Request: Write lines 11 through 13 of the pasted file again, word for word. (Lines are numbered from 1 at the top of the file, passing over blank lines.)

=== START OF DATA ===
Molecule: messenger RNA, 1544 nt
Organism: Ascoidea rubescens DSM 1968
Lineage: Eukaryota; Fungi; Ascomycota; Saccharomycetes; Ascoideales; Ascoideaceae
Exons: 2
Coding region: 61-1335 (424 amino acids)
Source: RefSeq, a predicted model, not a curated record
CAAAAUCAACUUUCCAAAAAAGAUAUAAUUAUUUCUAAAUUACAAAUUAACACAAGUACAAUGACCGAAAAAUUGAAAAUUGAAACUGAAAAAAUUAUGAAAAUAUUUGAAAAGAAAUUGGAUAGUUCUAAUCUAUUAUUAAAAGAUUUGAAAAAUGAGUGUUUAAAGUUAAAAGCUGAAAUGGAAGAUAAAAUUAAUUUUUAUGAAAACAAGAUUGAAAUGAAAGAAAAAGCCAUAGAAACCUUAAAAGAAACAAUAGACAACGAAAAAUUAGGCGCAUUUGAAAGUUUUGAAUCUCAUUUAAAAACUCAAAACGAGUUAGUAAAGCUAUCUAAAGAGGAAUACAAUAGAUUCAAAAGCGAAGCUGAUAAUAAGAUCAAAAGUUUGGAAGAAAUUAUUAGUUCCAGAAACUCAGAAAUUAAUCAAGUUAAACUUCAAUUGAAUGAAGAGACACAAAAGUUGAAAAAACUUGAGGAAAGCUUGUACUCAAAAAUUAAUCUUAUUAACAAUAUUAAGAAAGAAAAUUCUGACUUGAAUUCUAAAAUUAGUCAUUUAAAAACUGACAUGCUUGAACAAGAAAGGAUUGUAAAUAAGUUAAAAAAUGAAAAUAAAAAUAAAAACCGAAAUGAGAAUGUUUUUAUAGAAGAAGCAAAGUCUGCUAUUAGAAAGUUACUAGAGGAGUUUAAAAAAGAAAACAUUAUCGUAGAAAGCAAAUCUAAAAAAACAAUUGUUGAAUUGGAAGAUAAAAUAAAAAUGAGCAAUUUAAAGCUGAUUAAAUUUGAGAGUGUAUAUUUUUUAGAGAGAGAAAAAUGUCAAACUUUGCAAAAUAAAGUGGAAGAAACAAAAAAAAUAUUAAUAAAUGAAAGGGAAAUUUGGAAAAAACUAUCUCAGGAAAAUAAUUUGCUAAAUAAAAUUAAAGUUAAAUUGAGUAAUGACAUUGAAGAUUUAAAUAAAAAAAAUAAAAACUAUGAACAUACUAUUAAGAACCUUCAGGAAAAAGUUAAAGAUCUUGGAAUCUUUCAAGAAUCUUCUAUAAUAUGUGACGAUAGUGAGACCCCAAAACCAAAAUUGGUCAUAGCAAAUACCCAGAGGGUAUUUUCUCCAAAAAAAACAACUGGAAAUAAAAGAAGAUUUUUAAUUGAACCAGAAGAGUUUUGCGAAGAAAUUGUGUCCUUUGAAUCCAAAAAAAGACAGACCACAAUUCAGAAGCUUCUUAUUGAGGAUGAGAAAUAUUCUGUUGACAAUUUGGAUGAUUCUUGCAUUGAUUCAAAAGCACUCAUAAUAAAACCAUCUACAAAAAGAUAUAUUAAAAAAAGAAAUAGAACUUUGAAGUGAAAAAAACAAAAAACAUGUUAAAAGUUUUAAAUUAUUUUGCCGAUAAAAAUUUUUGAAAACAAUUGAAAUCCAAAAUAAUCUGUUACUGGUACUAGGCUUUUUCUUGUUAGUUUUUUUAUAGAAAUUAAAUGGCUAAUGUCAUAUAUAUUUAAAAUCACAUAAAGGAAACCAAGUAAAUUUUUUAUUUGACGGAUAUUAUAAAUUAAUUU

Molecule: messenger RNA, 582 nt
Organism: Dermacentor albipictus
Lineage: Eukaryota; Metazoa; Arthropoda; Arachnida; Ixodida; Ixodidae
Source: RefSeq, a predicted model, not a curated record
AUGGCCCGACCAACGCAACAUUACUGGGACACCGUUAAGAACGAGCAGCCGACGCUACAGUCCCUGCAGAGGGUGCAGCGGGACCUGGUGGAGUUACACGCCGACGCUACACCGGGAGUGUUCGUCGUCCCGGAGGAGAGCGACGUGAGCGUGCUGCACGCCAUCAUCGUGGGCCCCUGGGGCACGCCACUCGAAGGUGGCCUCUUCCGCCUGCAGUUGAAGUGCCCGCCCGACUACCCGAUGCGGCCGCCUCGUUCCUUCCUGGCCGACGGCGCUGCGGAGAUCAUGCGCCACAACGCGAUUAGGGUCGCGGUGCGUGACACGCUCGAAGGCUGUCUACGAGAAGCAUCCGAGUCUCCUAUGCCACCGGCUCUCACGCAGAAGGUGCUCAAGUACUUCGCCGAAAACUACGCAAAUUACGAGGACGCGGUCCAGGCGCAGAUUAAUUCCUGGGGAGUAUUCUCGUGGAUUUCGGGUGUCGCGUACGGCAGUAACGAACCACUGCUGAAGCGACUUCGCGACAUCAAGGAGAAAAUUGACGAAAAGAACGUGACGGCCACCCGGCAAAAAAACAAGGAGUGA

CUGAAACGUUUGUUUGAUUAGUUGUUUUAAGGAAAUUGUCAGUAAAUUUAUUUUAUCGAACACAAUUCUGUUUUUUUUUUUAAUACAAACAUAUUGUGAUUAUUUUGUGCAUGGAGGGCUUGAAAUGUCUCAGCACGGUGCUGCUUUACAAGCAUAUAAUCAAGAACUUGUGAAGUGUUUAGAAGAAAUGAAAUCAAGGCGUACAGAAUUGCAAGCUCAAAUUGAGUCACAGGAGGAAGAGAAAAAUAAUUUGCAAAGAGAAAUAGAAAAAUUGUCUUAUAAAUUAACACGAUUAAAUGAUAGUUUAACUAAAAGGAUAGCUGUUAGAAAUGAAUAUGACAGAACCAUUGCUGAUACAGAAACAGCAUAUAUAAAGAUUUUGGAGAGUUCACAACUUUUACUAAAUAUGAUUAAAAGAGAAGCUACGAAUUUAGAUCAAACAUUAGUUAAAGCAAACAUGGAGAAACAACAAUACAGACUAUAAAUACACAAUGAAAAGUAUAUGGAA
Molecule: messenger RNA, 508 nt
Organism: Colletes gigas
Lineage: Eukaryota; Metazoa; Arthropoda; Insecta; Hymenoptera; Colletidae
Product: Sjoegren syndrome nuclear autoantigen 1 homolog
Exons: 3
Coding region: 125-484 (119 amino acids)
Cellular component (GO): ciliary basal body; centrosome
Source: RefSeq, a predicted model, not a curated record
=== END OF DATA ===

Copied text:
Source: RefSeq, a predicted model, not a curated record
AUGGCCCGACCAACGCAACAUUACUGGGACACCGUUAAGAACGAGCAGCCGACGCUACAGUCCCUGCAGAGGGUGCAGCGGGACCUGGUGGAGUUACACGCCGACGCUACACCGGGAGUGUUCGUCGUCCCGGAGGAGAGCGACGUGAGCGUGCUGCACGCCAUCAUCGUGGGCCCCUGGGGCACGCCACUCGAAGGUGGCCUCUUCCGCCUGCAGUUGAAGUGCCCGCCCGACUACCCGAUGCGGCCGCCUCGUUCCUUCCUGGCCGACGGCGCUGCGGAGAUCAUGCGCCACAACGCGAUUAGGGUCGCGGUGCGUGACACGCUCGAAGGCUGUCUACGAGAAGCAUCCGAGUCUCCUAUGCCACCGGCUCUCACGCAGAAGGUGCUCAAGUACUUCGCCGAAAACUACGCAAAUUACGAGGACGCGGUCCAGGCGCAGAUUAAUUCCUGGGGAGUAUUCUCGUGGAUUUCGGGUGUCGCGUACGGCAGUAACGAACCACUGCUGAAGCGACUUCGCGACAUCAAGGAGAAAAUUGACGAAAAGAACGUGACGGCCACCCGGCAAAAAAACAAGGAGUGA

CUGAAACGUUUGUUUGAUUAGUUGUUUUAAGGAAAUUGUCAGUAAAUUUAUUUUAUCGAACACAAUUCUGUUUUUUUUUUUAAUACAAACAUAUUGUGAUUAUUUUGUGCAUGGAGGGCUUGAAAUGUCUCAGCACGGUGCUGCUUUACAAGCAUAUAAUCAAGAACUUGUGAAGUGUUUAGAAGAAAUGAAAUCAAGGCGUACAGAAUUGCAAGCUCAAAUUGAGUCACAGGAGGAAGAGAAAAAUAAUUUGCAAAGAGAAAUAGAAAAAUUGUCUUAUAAAUUAACACGAUUAAAUGAUAGUUUAACUAAAAGGAUAGCUGUUAGAAAUGAAUAUGACAGAACCAUUGCUGAUACAGAAACAGCAUAUAUAAAGAUUUUGGAGAGUUCACAACUUUUACUAAAUAUGAUUAAAAGAGAAGCUACGAAUUUAGAUCAAACAUUAGUUAAAGCAAACAUGGAGAAACAACAAUACAGACUAUAAAUACACAAUGAAAAGUAUAUGGAA